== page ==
"It just seemed like a huge hole to leave in your planning," Ms. Hylen said.
Ms. Fox says that the department has met all its budget-related deadlines and that she has not had enough time to hire replacements during a hectic period.
But that was small comfort to lawmakers faced with preparing the 1995-96 education budget without details of how the funding formula would affect individual districts, information they had always received in the past.
Ms. Fox "unfortunately assumed anyone can do that," said Senator Hansen. "Sometimes, she tends to accept advice from persons who aren't well informed," he said. "It's not a matter of ideology or policy, it's just a matter of nuts-and-bolts work of the department."
State Rep. Ron Black, the Republican chairman of the House education committee, is willing to cut Ms. Fox more slack, contending that the absence of information was caused by the complexity of the new finance legislation.
But Rep. Gary Schroeder, also a Republican, noted that lawmakers were forced to rely on the state teachers' union to fill the void.
"Here we have an administration that is certainly not friendly with the Idaho Education Association," he said, "but at least they have data. She can hire or fire anyone she wants, but we need that information."
Monica Beaudoin, the president of the union, which backed Ms. Fox's Democratic opponent, said even one of the superintendent's aides called to request the I.E.A. 's spreadsheets.
And then there were the aides Ms. Fox was forced to fire.
Terry Haws, her former campaign chief, got the boot when the 10-year-old charge of giving drugs to a minor came to light. Reporters also learned that in January, his driver's license was suspended for inattentive driving, a charge that had been reduced from drunken driving.
And Bill Stanley, who was hired to oversee a new division charged with drawing up generic blueprints for school buildings and had claimed experience in school construction, was fired after the Twin Falls Times-News reported that he had lied on his resume and was little more than a school-furniture salesman.
Ms. Fox traces these problems to the absence of a policy requiring background checks, and she has pledged to be more careful.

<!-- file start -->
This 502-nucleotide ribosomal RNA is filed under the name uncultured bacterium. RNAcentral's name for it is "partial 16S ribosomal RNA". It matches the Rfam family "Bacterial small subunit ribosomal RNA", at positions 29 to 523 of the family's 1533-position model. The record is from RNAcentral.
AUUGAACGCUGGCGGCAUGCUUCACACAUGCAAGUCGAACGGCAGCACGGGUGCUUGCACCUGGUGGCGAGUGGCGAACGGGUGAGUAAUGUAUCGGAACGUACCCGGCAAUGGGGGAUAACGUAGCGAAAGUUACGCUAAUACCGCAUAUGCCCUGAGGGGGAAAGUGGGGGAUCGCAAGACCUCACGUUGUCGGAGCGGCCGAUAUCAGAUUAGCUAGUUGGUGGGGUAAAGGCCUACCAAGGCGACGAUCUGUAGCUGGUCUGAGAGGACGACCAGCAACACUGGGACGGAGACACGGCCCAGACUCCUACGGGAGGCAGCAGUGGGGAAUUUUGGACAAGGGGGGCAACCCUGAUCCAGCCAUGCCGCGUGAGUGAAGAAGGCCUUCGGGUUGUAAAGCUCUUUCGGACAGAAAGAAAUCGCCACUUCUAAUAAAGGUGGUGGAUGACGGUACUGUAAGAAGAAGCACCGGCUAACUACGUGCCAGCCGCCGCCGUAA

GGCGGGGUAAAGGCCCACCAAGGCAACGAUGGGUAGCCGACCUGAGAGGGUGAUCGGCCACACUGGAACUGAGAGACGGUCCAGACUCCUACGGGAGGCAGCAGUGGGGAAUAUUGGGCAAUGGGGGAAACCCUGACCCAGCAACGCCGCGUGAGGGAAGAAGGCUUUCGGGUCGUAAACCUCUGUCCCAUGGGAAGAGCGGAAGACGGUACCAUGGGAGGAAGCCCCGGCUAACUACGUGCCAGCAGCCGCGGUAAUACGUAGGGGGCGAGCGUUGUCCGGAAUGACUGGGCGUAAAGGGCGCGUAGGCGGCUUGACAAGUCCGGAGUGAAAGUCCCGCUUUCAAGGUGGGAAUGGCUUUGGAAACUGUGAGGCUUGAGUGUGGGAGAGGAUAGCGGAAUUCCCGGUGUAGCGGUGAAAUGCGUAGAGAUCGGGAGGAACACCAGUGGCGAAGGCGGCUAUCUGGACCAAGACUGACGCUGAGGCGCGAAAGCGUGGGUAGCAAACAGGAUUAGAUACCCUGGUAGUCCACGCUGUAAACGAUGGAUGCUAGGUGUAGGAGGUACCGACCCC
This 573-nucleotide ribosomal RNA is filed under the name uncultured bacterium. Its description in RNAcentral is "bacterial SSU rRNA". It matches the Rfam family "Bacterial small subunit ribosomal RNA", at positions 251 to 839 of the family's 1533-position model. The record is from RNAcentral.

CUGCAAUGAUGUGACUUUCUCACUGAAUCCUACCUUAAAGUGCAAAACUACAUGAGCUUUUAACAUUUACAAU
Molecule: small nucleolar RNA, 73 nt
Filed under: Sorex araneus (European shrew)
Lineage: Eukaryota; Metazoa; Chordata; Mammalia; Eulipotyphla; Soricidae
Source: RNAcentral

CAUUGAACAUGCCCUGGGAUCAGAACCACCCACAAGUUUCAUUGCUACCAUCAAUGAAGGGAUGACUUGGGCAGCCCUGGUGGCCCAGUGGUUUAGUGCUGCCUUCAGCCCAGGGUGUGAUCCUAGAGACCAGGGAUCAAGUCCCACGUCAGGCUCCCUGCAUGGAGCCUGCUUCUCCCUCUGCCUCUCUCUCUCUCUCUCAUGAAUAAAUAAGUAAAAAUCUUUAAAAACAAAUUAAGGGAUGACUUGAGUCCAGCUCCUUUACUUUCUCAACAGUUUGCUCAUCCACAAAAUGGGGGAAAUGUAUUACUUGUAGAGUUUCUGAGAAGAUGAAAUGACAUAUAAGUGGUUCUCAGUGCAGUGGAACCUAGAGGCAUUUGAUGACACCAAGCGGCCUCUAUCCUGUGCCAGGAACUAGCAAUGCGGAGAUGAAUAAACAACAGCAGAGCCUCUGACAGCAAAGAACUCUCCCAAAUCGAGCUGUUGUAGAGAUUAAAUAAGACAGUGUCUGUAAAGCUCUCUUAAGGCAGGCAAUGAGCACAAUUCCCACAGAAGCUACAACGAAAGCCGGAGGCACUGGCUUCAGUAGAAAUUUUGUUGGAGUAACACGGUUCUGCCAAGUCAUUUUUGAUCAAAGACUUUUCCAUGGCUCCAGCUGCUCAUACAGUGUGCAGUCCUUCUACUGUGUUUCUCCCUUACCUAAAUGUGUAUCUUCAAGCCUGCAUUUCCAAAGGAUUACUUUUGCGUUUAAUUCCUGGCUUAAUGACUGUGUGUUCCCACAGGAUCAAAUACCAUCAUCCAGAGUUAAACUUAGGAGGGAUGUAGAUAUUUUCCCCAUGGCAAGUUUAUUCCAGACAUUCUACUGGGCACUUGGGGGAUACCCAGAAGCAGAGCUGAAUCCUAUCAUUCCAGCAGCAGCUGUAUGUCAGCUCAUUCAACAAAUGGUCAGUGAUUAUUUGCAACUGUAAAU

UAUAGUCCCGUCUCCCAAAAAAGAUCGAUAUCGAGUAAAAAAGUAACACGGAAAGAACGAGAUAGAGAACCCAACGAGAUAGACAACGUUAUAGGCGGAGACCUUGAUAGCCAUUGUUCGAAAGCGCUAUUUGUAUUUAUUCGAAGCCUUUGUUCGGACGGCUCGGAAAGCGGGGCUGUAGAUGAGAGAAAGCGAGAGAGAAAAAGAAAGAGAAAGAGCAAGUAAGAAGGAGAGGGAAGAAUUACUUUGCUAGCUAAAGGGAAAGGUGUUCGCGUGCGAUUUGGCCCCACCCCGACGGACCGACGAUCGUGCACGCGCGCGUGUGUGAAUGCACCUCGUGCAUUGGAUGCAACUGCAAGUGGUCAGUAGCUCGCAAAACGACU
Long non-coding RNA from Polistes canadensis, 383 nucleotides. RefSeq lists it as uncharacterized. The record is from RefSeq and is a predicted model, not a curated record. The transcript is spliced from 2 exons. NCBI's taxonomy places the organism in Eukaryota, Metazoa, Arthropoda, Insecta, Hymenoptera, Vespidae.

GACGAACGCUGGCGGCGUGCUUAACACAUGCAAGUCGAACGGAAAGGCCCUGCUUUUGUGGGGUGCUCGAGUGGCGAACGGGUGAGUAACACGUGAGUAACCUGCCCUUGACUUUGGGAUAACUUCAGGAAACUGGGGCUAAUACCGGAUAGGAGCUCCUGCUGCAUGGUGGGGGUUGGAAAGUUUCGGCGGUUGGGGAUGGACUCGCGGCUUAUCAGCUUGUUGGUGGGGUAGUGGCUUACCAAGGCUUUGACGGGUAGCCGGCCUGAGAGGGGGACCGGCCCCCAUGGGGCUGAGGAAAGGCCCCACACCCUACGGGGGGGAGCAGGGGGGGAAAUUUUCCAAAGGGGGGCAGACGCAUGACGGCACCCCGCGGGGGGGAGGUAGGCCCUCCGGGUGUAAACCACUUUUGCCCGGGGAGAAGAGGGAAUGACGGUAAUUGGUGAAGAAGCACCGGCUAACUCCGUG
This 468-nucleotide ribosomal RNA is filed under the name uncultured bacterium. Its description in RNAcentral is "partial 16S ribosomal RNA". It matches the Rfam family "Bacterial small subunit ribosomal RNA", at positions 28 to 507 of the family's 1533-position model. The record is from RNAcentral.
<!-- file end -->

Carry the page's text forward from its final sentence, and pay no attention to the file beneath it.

She laments the fact that the controversy has taken the spotlight off her education agenda.
Ms. Fox's most high-profile goal is rewriting curriculum standards that she criticizes as amounting to "outcomes-based education." Her platform also calls for training teachers to use phonics, promoting patriotism, and toughening discipline, an area that she proposes hiring a new administrator to oversee.
But her agenda does not all fit into a conservative package. Ms. Fox also supports smaller schools and personalized learning,co paying new teachers more, and increased funding for school construction.
Many state lawmakers, even fellow Republicans like Mr. Hansen, have been critical of Ms. Fox.
Gov. Phil Batt, a newly elected Republican, has tried to avoid the issue. Lindy High, his education aide, said the Governor has pointed out that Ms. Fox is an independently elected official and that he has "encouraged people who have written to him about her to write to her directly."
Public reaction has been mixed.
"I feel she reflects the same conservative values that I want for my children," said Brian P. Hyde, the host of a call-in radio program on KART, an AM station in the Twin Falls market. "If the press would allow her to get to her feet and take even a few steps forward, they might be surprised at what she was able to accomplish."
"Her comments have been very critical of the teachers and administrators in this state, and I felt she was pandering to...the very far right," said Blossom Turk, the principal of Boise High School. "One of the major problems we face in education today is a lack of respect for education as a profession, and I think Anne Fox contributes to this disrespect."
Carole Wells, a parent of four children in the Pocatello public schools, is so angry that she has set up a group called "FoxWatch" to monitor Ms. Fox's actions and to research the possibility of a recall. "The more I watched the lack of leadership she showed," Ms. Wells said, "the more I thought we needed to do something."
The group would have to collect 125,161 signatures to force a recall election. To oust Ms. Fox, 227,258 voters would have to reject her in that election, one more than voted for her in November. Even some of her critics oppose the idea. "It would just be an ugly, divisive, and unsuccessful effort at this point," Senator Hansen said.
Vol. 14, Issue 25, Pages 12, 14Published in Print: March 15, 1995, as Idaho's New Schools Chief Battered by Controversies